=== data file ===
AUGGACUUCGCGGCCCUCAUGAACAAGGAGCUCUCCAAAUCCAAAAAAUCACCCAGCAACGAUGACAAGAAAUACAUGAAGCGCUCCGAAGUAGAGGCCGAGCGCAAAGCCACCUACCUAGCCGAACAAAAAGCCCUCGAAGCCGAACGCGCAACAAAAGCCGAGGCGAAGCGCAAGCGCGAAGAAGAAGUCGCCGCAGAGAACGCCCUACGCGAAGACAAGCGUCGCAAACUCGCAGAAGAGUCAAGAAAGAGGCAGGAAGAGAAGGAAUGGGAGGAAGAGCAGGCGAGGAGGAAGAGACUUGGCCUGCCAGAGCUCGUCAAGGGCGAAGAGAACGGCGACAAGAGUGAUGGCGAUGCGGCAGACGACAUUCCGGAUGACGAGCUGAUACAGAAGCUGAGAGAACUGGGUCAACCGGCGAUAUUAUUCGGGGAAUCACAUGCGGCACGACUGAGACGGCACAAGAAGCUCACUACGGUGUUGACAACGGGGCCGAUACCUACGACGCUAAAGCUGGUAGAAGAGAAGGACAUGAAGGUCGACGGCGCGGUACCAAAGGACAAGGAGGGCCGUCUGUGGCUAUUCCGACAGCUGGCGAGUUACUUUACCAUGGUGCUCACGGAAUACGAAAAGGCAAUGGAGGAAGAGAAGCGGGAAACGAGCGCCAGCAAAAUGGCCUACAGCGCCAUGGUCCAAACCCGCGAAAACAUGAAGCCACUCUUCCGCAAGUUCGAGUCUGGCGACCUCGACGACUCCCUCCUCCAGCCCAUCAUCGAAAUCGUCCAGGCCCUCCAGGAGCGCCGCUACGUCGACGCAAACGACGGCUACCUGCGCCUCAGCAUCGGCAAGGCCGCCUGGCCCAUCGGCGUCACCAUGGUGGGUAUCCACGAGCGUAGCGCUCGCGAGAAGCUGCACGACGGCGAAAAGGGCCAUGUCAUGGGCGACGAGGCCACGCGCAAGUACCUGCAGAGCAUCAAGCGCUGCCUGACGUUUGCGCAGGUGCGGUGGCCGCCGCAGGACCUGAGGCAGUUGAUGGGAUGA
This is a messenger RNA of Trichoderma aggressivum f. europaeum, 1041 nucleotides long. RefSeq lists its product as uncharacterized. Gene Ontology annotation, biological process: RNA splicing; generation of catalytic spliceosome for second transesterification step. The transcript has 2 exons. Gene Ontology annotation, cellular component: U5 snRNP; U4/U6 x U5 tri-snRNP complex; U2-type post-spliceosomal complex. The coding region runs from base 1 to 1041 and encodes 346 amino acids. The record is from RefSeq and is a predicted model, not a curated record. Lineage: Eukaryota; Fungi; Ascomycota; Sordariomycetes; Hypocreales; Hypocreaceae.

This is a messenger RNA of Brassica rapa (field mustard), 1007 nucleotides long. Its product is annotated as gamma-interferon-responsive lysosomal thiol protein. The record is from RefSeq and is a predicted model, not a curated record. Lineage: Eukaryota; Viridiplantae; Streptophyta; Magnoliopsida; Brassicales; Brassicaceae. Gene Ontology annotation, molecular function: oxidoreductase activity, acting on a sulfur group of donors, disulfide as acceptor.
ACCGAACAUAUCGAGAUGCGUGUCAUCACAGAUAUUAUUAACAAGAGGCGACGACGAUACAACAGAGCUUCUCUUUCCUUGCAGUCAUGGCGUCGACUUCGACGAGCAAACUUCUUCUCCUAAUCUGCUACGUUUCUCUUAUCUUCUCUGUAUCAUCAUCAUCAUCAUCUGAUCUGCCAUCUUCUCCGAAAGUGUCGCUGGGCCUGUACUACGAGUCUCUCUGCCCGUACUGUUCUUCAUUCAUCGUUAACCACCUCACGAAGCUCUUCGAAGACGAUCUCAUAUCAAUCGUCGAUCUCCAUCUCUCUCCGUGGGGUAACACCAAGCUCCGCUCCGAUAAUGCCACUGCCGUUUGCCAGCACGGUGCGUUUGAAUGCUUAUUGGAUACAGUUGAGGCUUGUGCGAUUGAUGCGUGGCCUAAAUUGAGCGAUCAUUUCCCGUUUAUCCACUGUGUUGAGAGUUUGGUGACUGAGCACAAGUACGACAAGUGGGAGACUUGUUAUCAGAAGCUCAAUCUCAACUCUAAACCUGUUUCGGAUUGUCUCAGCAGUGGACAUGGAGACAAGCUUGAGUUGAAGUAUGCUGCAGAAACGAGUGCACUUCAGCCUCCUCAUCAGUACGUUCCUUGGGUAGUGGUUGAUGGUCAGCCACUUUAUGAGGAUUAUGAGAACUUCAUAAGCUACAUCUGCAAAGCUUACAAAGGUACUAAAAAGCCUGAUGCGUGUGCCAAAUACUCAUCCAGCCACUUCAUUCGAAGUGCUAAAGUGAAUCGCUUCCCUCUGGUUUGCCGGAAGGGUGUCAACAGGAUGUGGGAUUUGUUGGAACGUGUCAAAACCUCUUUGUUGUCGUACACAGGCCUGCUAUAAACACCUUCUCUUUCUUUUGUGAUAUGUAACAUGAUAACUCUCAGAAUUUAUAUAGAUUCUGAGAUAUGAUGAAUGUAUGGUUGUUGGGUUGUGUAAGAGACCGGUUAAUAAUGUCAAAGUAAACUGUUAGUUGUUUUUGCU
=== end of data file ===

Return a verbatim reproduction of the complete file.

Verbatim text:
AUGGACUUCGCGGCCCUCAUGAACAAGGAGCUCUCCAAAUCCAAAAAAUCACCCAGCAACGAUGACAAGAAAUACAUGAAGCGCUCCGAAGUAGAGGCCGAGCGCAAAGCCACCUACCUAGCCGAACAAAAAGCCCUCGAAGCCGAACGCGCAACAAAAGCCGAGGCGAAGCGCAAGCGCGAAGAAGAAGUCGCCGCAGAGAACGCCCUACGCGAAGACAAGCGUCGCAAACUCGCAGAAGAGUCAAGAAAGAGGCAGGAAGAGAAGGAAUGGGAGGAAGAGCAGGCGAGGAGGAAGAGACUUGGCCUGCCAGAGCUCGUCAAGGGCGAAGAGAACGGCGACAAGAGUGAUGGCGAUGCGGCAGACGACAUUCCGGAUGACGAGCUGAUACAGAAGCUGAGAGAACUGGGUCAACCGGCGAUAUUAUUCGGGGAAUCACAUGCGGCACGACUGAGACGGCACAAGAAGCUCACUACGGUGUUGACAACGGGGCCGAUACCUACGACGCUAAAGCUGGUAGAAGAGAAGGACAUGAAGGUCGACGGCGCGGUACCAAAGGACAAGGAGGGCCGUCUGUGGCUAUUCCGACAGCUGGCGAGUUACUUUACCAUGGUGCUCACGGAAUACGAAAAGGCAAUGGAGGAAGAGAAGCGGGAAACGAGCGCCAGCAAAAUGGCCUACAGCGCCAUGGUCCAAACCCGCGAAAACAUGAAGCCACUCUUCCGCAAGUUCGAGUCUGGCGACCUCGACGACUCCCUCCUCCAGCCCAUCAUCGAAAUCGUCCAGGCCCUCCAGGAGCGCCGCUACGUCGACGCAAACGACGGCUACCUGCGCCUCAGCAUCGGCAAGGCCGCCUGGCCCAUCGGCGUCACCAUGGUGGGUAUCCACGAGCGUAGCGCUCGCGAGAAGCUGCACGACGGCGAAAAGGGCCAUGUCAUGGGCGACGAGGCCACGCGCAAGUACCUGCAGAGCAUCAAGCGCUGCCUGACGUUUGCGCAGGUGCGGUGGCCGCCGCAGGACCUGAGGCAGUUGAUGGGAUGA
This is a messenger RNA of Trichoderma aggressivum f. europaeum, 1041 nucleotides long. RefSeq lists its product as uncharacterized. Gene Ontology annotation, biological process: RNA splicing; generation of catalytic spliceosome for second transesterification step. The transcript has 2 exons. Gene Ontology annotation, cellular component: U5 snRNP; U4/U6 x U5 tri-snRNP complex; U2-type post-spliceosomal complex. The coding region runs from base 1 to 1041 and encodes 346 amino acids. The record is from RefSeq and is a predicted model, not a curated record. Lineage: Eukaryota; Fungi; Ascomycota; Sordariomycetes; Hypocreales; Hypocreaceae.

This is a messenger RNA of Brassica rapa (field mustard), 1007 nucleotides long. Its product is annotated as gamma-interferon-responsive lysosomal thiol protein. The record is from RefSeq and is a predicted model, not a curated record. Lineage: Eukaryota; Viridiplantae; Streptophyta; Magnoliopsida; Brassicales; Brassicaceae. Gene Ontology annotation, molecular function: oxidoreductase activity, acting on a sulfur group of donors, disulfide as acceptor.
ACCGAACAUAUCGAGAUGCGUGUCAUCACAGAUAUUAUUAACAAGAGGCGACGACGAUACAACAGAGCUUCUCUUUCCUUGCAGUCAUGGCGUCGACUUCGACGAGCAAACUUCUUCUCCUAAUCUGCUACGUUUCUCUUAUCUUCUCUGUAUCAUCAUCAUCAUCAUCUGAUCUGCCAUCUUCUCCGAAAGUGUCGCUGGGCCUGUACUACGAGUCUCUCUGCCCGUACUGUUCUUCAUUCAUCGUUAACCACCUCACGAAGCUCUUCGAAGACGAUCUCAUAUCAAUCGUCGAUCUCCAUCUCUCUCCGUGGGGUAACACCAAGCUCCGCUCCGAUAAUGCCACUGCCGUUUGCCAGCACGGUGCGUUUGAAUGCUUAUUGGAUACAGUUGAGGCUUGUGCGAUUGAUGCGUGGCCUAAAUUGAGCGAUCAUUUCCCGUUUAUCCACUGUGUUGAGAGUUUGGUGACUGAGCACAAGUACGACAAGUGGGAGACUUGUUAUCAGAAGCUCAAUCUCAACUCUAAACCUGUUUCGGAUUGUCUCAGCAGUGGACAUGGAGACAAGCUUGAGUUGAAGUAUGCUGCAGAAACGAGUGCACUUCAGCCUCCUCAUCAGUACGUUCCUUGGGUAGUGGUUGAUGGUCAGCCACUUUAUGAGGAUUAUGAGAACUUCAUAAGCUACAUCUGCAAAGCUUACAAAGGUACUAAAAAGCCUGAUGCGUGUGCCAAAUACUCAUCCAGCCACUUCAUUCGAAGUGCUAAAGUGAAUCGCUUCCCUCUGGUUUGCCGGAAGGGUGUCAACAGGAUGUGGGAUUUGUUGGAACGUGUCAAAACCUCUUUGUUGUCGUACACAGGCCUGCUAUAAACACCUUCUCUUUCUUUUGUGAUAUGUAACAUGAUAACUCUCAGAAUUUAUAUAGAUUCUGAGAUAUGAUGAAUGUAUGGUUGUUGGGUUGUGUAAGAGACCGGUUAAUAAUGUCAAAGUAAACUGUUAGUUGUUUUUGCU